Two recent objects of slur avoidance: illegitimate and retarded.
First, illegitimate, in a recent update to the AP Stylebook:
Do not refer to the child of unmarried parents as illegitimate. If it is pertinent to the story, at all, use an expression such as whose mother was not married, whose parents were not married or was born to an unmarried teenager.
There are two issues here. One has to do with the appropriateness of references (in any terms at all) to — how do I say this? — the marital status of someone’s parents at the time they were born. Time was when being born out of wedlock or having a child out of wedlock carried considerable social stigma, but now the stigma has largely withered away, so that these statuses are rarely relevant in reporting; a possible exception is in contexts where these statuses have legal consequences, but otherwise the implied AP Stylebook advice, to avoid mentioning these statuses in general, makes sense.
But even in contexts where the statuses might be relevant, the AP Stylebook counsels avoiding the word illegitimate and resorting to circumlocutions instead. Apparently, for some people the word has become a slur; presumably, what was originally a euphemism has inherited the slur status of expressions like bastard and is no longer seen as appropriate for polite company.
There’s a similar history for retarded, which started life as the euphemism mentally retarded (for what is now euphemized as developmentally disabled or mentally challenged). As W. Brewer noted in ADS-L this morning, it was not so long ago that retarded could be used without negative connotations, to the extent that it appeared on a U.S. postage stamp:
The 10-cent Retarded Children Can be Helped commemorative stamp was first placed on sale at Arlington, Texas, on October 12, 1974. This issue called attention to a national problem found in discrimination against children with mental disabilities. The stamp was designed by Paul Calle and was issued in sheets of fifty, with an initial printing of 140 million. (link)
From my “Annals of slurs” posting last year:
That brings us to the adjective retarded, used as a technical term for being mentally retarded, then (through a shift that occurs again and again) as a vernacular slur against such people, and then (through another shift that occurs again and again) as a generalized slur against people or actions that are viewed as defective or unsatisfactory in any way whatsoever. Retarded begets the back-formed noun rétard (note the accent pattern), again both a specific and a generalized slur, and the clipped variant tard, with the same uses.
Then new technical terms arise — notably special education or special ed for programs designed to aid the people in question — in the conflict between those who thoughtfully avoid giving offense and those who deliberately choose to give offense. Special ed gets abbreviated as SPED, and then (predicably) the noun sped develops a life as a specific insult and also as a generalized insult, directed at people. (Separately, the adjective mental picks up uses not only as ‘insane, crazy’, but also as ‘silly’ and as ‘retarded’ as a generalized slur.)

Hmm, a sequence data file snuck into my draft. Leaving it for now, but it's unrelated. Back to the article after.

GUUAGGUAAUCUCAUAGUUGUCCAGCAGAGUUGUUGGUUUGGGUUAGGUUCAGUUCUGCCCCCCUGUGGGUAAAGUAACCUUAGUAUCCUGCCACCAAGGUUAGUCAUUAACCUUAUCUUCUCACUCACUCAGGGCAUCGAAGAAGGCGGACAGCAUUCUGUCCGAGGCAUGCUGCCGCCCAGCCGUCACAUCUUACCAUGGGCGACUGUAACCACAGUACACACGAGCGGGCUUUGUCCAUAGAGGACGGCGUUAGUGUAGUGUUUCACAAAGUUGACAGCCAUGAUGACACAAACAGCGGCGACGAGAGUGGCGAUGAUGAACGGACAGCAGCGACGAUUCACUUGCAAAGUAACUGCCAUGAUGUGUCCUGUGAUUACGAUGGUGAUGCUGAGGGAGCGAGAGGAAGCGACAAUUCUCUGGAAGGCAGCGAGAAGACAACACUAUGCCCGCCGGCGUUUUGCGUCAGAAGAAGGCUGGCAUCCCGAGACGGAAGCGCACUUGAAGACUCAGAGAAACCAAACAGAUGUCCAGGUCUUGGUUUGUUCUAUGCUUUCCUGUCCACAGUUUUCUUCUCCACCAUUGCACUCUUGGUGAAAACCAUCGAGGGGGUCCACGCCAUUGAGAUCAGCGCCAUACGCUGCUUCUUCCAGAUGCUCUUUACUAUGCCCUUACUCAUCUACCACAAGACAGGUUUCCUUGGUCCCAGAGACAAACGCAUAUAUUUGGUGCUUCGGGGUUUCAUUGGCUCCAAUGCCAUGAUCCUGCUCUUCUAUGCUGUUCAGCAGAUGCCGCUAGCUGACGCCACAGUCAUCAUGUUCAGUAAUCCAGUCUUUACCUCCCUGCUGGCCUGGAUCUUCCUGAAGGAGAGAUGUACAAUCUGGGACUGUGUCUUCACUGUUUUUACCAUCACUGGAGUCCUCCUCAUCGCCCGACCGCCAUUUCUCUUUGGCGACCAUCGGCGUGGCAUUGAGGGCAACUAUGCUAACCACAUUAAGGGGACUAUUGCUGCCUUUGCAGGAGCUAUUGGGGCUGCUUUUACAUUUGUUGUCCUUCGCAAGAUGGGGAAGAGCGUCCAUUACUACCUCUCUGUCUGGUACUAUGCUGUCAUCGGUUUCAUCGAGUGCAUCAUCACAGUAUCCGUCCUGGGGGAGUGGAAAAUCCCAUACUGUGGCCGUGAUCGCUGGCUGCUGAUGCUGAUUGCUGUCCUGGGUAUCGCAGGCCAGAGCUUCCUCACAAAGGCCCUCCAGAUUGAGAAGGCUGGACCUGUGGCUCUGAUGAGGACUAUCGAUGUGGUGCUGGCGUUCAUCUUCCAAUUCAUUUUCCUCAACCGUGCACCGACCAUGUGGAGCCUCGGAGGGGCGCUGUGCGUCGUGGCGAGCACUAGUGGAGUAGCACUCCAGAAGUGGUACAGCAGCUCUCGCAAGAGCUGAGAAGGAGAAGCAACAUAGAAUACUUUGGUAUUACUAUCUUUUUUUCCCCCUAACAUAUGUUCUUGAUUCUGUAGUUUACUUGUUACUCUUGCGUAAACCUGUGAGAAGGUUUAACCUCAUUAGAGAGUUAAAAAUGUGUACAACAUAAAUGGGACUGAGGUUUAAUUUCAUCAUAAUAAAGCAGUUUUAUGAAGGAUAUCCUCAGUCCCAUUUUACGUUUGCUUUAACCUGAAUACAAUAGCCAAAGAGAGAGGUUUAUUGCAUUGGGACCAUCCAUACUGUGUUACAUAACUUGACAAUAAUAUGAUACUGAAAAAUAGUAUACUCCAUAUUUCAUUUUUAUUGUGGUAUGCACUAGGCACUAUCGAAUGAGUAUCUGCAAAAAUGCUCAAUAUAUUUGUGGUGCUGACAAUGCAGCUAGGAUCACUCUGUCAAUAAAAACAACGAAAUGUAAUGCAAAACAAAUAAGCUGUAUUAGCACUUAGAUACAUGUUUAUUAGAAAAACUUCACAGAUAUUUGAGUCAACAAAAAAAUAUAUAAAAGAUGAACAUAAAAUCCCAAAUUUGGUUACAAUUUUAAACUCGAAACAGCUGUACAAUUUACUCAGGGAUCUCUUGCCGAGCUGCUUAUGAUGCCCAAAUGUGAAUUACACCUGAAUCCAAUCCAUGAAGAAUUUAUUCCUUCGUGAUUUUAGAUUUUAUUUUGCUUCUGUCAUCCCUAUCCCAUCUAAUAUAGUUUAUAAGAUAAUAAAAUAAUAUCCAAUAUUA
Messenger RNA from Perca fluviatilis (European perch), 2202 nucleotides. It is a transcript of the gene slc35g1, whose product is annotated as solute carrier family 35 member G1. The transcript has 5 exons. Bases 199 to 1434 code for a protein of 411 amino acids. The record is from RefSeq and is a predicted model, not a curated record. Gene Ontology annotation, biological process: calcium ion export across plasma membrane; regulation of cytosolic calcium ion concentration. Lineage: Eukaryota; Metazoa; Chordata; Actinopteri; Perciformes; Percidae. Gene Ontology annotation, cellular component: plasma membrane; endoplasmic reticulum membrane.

Then there are expressions designed to take in mental retardation and often physical disability as well (in a higher-level category that not everyone is comfortable with): special needs, and accompanying it, shortbus or short bus for the truncated buses used to convey special needs students to school in some parts of the U.S., and then (as a slur) for someone who rides on them. (In an appalling side development, there’s window licker, for those riders, viewed as pressed against the windows of their shortbuses to take in the scene outside.)
… This is one of those domains where running fast can do no better than keep you in place: every new expression (devised by one means or another) will almost surely be contaminated by association with the denotations in the domain, and so will be converted (in one way or another) to use as a specific slur and then as a generalized slur.
Where we are now: Matt Gordon reported on ADS-L two days ago:
I just got a campus announcement about a series of events under the heading “Spread the Word to End the Word.” Nowhere was the word in question noted. They did mention “persons with disabilities” but I had to google the campaign name to discover that they’re seeking an end to the r-word (“retard(ed)”). Since they mentioned disabilities, I thought they might be after “lame”, which is also a target of language policing.
Michael Newman noted a difference between retarded and lame: lame is scarcely used in its original sense in popular usage today (where it functions as a generalized put-down, of things or people). He then focused on spastic and spaz(z), which he understood only in the sense ‘uncoordinated, awkward’ until, in his 20s, he discovered the (historical) connection to cerebral palsy. That moved Ben Zimmer to link to his excellent discussion of spaz(z) on Language Log in 2006, focusing especially on U.S.-U.K. differences in the way the terms are used. And Jon Lighter to note that spaz and spastic, and fag and faggot as well, had already developed into generalized put-downs (without reference to disability or sexuality) among boys in his NYC school in 1959-60.
So it goes, on the great wheels of insults and euphemisms.